A University of Wisconsin professor of comparative biosciences will be the permanent director of the Waisman Center, where he will coordinate more than 600 employees and keep them aligned with the the center’s mission.
Albee Messing has been a Waisman Center investigator since 1998 and became interim director last year. The Waisman Center is an interdisciplinary center for research, training and critical services in the field of neurodevelopmental disabilities, he said.
The center focuses on research, clinical care, training and outreach and draws faculty from seven of the schools and colleges at UW, Messing said.
“I feel privileged to be given the opportunity and fortunately there are a lot of great people [at the Waisman Center],” Messing said.
Messing will continue research on Alexander disease, an often fatal neurological disorder, during his role as director, according to a UW statement.
This year, the center is making strides toward increasing the capacity of clinical diagnostic and treatment, according to the statement.
The center has more than 600 employees, Messing said. Fifty-seven UW faculty members have research labs at the center, and 13 speciality clinics run in partnership with UW Health, the American Family Children’s Hospital and UW Hospital, he said.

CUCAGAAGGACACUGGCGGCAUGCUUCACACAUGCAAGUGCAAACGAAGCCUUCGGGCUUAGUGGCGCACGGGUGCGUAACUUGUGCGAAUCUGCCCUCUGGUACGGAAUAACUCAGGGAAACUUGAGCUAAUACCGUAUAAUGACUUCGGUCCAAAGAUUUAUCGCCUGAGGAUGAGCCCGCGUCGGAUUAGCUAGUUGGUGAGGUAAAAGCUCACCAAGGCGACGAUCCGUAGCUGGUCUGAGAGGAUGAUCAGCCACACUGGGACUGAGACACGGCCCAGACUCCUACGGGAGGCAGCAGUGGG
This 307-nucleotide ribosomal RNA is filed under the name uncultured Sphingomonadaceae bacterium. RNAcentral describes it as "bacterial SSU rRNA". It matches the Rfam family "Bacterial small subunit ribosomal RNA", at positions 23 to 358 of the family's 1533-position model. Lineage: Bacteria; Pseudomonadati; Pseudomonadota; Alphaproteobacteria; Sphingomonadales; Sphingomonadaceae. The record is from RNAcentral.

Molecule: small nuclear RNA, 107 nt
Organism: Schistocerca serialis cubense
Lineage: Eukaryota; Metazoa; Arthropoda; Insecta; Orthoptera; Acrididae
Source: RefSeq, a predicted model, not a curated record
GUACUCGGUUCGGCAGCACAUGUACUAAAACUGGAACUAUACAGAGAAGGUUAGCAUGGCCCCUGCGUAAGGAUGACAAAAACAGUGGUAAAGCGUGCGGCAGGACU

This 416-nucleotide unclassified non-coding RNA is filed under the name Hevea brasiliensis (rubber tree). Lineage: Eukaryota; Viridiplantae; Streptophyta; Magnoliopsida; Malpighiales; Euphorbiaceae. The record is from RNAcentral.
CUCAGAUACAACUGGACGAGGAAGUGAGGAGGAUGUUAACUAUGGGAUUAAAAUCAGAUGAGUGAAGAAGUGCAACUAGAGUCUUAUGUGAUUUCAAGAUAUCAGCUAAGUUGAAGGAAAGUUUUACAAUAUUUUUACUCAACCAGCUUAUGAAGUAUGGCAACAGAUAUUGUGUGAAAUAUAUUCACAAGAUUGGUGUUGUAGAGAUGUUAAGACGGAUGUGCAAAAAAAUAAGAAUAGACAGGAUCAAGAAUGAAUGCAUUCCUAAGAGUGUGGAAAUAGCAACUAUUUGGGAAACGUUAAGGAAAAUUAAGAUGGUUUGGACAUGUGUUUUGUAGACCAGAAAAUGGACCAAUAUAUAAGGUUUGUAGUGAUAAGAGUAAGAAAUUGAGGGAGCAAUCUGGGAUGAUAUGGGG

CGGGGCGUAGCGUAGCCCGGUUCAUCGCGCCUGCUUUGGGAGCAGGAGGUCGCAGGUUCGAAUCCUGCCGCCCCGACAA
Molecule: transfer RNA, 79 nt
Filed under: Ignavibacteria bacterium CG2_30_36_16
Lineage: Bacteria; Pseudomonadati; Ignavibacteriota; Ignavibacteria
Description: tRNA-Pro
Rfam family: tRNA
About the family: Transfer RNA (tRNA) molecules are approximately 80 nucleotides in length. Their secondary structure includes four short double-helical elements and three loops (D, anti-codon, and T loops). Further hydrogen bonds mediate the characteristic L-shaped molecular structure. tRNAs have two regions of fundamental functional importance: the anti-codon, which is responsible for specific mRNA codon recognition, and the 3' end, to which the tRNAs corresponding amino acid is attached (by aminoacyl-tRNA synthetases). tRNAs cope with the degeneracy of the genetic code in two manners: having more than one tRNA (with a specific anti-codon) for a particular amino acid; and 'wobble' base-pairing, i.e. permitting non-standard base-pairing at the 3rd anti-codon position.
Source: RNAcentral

The center also has an inclusive preschool where 85 children, including those with neurodevelopment disabilities, are taught, Messing said.
The Waisman Center covers an enormous territory, from topics ranging from basic cell and molecular biology to social science epidemiological investigation, Messing said. Because different kinds of disorders all have basic mechanisms in common, the center believes having all the research occurring in one place is helpful, he said.
“Keeping everybody aligned with the overall mission of the Waisman Center is an important part of the job,” Messing said. “Trying to identify where the problems are, where future opportunities are and trying to mobilize resources for moving in those directions.”